• Most dogs who cry in their crates don’t cry because they are in the crate. They cry because being in the crate means isolation. In order to prevent anxieties and other problems, you will want to ensure that you are not further than what he can tolerate. Therefore, if you can move the crate around with you, it’s easier to train your dog to like the crate as he can be near you most of the time; teaching him that confinement doesn’t always mean he is on his own. Once your dog learns to be happy in the crate, you can slowly increase the distance between the two of you.
  • It will be easier to fit the crate in your car or take it along when you take your dog out.

2. A small crate is also a cheaper option for you to try the idea out

Successful crate training involves your puppy being happy to hold his pee and poo and to feel safe and relaxed in the crate. To achieve this, the crate should only be large enough for him to stand up freely and turn around in. If your crate is too big, we recommend you to block off a part of it by putting a cardboard box inside.

Crate training series:

1: What is crate training and why you should do it

3: Getting prepared for crate training

4: Crate training your dog the right way

Please read: important rules for responsible confinement training

Yorkie on a walk | Vanillapup

Your dog should never be confined for many hours at once. Slowly increase the amount of time your dog spends in a crate to a maximum of 5-6 hours a day.

1. Balance confinement with freedom

All dogs need mental and physical stimulation and companionship. If you are teaching your dog to be in a crate at certain times of the day, you need to make sure he also gets daily walks, playtime, time to run free and time with you.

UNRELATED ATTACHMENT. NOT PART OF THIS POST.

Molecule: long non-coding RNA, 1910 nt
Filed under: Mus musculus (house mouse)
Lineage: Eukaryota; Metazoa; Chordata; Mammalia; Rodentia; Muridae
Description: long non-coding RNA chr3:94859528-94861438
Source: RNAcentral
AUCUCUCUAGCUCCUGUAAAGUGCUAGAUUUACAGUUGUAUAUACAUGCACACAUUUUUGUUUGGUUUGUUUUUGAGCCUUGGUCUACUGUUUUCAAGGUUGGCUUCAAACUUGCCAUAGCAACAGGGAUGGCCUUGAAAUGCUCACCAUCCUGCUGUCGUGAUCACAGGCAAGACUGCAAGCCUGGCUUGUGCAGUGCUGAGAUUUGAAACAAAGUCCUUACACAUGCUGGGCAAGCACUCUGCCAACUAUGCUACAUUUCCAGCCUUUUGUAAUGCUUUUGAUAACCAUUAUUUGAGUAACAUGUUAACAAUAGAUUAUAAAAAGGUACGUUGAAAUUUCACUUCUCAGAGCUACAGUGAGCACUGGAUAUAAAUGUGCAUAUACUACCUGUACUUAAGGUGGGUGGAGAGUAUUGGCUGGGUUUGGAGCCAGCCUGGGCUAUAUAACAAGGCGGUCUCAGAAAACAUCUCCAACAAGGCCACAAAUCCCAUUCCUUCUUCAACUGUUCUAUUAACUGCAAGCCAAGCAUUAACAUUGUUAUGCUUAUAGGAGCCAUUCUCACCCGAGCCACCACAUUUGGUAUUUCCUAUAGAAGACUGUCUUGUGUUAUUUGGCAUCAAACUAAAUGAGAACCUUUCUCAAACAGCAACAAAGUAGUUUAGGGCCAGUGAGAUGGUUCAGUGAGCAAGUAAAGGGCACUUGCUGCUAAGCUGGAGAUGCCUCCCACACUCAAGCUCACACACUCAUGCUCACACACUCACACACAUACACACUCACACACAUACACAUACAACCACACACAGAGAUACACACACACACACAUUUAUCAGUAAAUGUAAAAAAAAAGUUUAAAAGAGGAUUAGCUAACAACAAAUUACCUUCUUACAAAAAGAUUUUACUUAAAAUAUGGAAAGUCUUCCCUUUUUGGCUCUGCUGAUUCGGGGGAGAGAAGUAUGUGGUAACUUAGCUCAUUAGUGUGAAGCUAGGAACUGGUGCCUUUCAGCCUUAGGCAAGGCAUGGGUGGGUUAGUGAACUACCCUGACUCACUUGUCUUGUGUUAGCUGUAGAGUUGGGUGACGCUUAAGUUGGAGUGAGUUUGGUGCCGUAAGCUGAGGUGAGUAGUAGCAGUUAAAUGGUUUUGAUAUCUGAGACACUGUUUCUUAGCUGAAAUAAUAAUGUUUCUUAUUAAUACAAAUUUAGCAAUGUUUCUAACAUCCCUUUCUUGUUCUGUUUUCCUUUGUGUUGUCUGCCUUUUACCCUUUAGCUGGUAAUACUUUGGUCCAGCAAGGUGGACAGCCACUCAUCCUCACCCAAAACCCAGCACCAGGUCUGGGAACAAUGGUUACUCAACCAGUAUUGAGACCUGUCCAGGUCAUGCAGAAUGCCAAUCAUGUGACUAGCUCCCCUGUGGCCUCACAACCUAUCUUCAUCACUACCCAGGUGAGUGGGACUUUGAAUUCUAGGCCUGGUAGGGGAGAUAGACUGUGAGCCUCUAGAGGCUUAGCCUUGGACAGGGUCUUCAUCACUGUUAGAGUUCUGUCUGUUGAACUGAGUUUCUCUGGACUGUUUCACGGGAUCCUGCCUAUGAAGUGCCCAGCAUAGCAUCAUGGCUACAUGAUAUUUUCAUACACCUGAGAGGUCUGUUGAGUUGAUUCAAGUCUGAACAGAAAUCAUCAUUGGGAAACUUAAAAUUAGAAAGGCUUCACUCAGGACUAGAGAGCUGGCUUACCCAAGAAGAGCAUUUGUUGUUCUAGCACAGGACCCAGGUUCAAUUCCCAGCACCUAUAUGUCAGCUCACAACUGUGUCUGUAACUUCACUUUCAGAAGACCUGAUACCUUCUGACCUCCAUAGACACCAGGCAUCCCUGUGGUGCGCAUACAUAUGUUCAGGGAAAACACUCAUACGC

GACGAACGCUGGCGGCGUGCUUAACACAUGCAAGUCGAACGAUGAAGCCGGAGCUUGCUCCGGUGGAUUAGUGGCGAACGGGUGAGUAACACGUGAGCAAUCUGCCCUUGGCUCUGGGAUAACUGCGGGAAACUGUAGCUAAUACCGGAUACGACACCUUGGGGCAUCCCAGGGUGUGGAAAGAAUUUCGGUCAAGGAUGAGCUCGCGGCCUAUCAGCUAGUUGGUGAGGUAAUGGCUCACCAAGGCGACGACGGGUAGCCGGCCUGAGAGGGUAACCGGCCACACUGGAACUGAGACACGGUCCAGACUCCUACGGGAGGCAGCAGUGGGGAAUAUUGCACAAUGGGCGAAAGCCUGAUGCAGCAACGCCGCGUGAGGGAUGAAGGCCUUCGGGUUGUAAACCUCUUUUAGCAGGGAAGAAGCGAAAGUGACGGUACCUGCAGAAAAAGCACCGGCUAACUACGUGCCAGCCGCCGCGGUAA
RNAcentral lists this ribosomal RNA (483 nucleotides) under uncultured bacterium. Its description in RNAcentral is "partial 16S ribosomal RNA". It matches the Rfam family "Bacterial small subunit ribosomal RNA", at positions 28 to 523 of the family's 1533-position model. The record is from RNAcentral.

2. Keep your dog close

When using a confinement area for long-term management, it is important that this area is close to the family – exposing the dog to experiences with us. Confinement training involves including your dog in family life and not excluding him from social companionship.

3. It’s about fun, not punishment

Confinement always needs to be fun (give things for entertainment), never punishment.

The aim of confinement training early on in training is to prevent your dog from learning bad habits and to teach him to be comfortable being confined when necessary. As your dog’s behaviour gets more trustworthy you can then allow him more freedom.


Photo credit: _tar0_ via Foter.com / CC BY

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Barbara Wright
Founder at Positive Puppies
Barbara Wright is the founder of Positive Puppies, Sydney's premier dog training, walking, and boarding company. She is an honours graduate of the Academy for Dog Trainers at San Francisco SPCA with Jean Donaldson.

Barbara is a mother of five - two children, a Border Collie called Ace and two free-flying Cockatiels.
2 Comments

2 Comments

  1. Brian Chang

    June 9, 2016 at 8:28 am

    Hi, I’m going to be a dog owner for the first time. This is very useful article especially at times I will be away from home. I understand these different type of crate but will plastic enclosure work ?

    • Vanillapup

      June 9, 2016 at 4:13 pm

      Hi Brian, congrats on the new furry addition! Glad that this post helps. A plastic crate is highly recommended. When you say plastic enclosure, are you talking about fences/baby gates? If you are using those, then it would be more of a confinement than crate training. By allowing more freedom, it may be harder for you to house train your dog. They also don’t resemble dens (no shelter above) that may make your dog feel more secure. Hope this helps and let me know if you have further questions!